Fava beans don't make it easy for you to love them.
Like a girl who's had her heart broken one too many times, they've barricaded themselves with a fortress of inedible protection to keep suitors from the tender, nutty kernels deep down inside. To prove your worth and commitment, you've got to remove a spongy outer pod that looks (and feels) like a set piece from Little Shop of Horrors or a '50s sci-fi movie, then a tough shell surrounding the delicate bean.
With an attitude like that, you'd be forgiven for shrugging off the idea of cooking them at home. But you know what they say: anything worth having is worth fighting for. And the reward of a fresh fava bean salad, green with promise after a cold, colorless winter, is a more than worthwhile way to celebrate the new growing season.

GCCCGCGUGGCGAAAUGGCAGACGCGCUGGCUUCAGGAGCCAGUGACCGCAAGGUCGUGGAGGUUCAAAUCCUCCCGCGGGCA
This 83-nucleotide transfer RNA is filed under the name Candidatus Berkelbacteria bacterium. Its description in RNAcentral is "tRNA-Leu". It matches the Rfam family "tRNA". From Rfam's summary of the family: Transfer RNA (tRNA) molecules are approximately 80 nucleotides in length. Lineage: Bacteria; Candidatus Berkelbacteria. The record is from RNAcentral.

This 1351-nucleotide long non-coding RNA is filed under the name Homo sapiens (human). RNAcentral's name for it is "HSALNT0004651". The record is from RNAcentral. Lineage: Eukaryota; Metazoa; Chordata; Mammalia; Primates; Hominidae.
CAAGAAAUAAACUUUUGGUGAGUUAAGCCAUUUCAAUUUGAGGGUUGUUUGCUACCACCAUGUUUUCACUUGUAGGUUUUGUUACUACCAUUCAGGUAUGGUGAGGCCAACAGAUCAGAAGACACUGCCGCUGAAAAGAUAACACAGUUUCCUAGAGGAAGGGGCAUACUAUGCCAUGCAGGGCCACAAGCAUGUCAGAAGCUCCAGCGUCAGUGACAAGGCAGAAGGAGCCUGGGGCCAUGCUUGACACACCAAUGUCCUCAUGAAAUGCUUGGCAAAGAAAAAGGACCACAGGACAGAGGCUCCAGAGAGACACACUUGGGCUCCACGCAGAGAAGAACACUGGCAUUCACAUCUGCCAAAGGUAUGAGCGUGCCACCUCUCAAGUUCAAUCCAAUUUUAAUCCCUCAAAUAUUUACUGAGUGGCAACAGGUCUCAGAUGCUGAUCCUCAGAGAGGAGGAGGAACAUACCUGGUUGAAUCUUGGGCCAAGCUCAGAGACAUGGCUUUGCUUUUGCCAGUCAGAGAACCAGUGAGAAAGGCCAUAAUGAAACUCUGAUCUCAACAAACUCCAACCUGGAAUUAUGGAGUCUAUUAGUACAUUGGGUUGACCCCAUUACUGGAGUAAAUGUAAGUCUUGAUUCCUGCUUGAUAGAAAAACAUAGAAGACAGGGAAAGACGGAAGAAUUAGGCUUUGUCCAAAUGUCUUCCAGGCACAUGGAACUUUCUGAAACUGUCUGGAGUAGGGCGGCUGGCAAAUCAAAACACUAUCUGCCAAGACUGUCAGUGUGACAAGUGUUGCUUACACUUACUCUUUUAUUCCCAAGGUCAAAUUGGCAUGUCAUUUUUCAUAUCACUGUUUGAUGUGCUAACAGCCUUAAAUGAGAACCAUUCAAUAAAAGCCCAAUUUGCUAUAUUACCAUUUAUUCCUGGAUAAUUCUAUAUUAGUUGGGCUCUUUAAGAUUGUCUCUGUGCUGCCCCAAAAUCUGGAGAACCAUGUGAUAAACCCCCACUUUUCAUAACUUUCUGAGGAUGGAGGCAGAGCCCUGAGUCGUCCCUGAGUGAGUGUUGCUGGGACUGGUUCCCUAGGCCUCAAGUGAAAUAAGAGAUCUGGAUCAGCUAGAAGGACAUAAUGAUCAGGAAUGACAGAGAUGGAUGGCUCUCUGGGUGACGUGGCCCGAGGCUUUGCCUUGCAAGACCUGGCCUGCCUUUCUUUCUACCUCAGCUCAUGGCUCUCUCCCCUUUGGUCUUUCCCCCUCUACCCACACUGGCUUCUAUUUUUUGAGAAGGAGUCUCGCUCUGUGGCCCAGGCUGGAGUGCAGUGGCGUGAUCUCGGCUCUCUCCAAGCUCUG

Favas are typically paired with peas and mint, two other early harbingers of spring. And it's easy to interchange peas and favas - this salad, in fact was inspired by a dish from the San Francisco Italian pizzeria that paired shelled peas and pea shoots with guanciale, the aromatic Italian cured meat made from a pig's jowl.
The creamy white fat of guanciale (pronounced "gwan-chee-AL-ay") is unparalleled in its richness and flavor, and lends a subtle but distinct porkiness to every dish in which it's used.
If your local butcher doesn't carry guanciale, get on his case to get some in the case! La Quercia is a wonderful American producer whose meats are widely carried in supermarkets like Whole Foods.) Then feel free to substitute pancetta or unsmoked bacon in its place.
Oh, and no Hannibal Lecter jokes, please. Though it's true that a slightly fruity and tannic red like Chianti matches up well with the earthy taste of walnuts and pork in this salad, a dry white wine like an Italian Friuli would fit the bill equally well.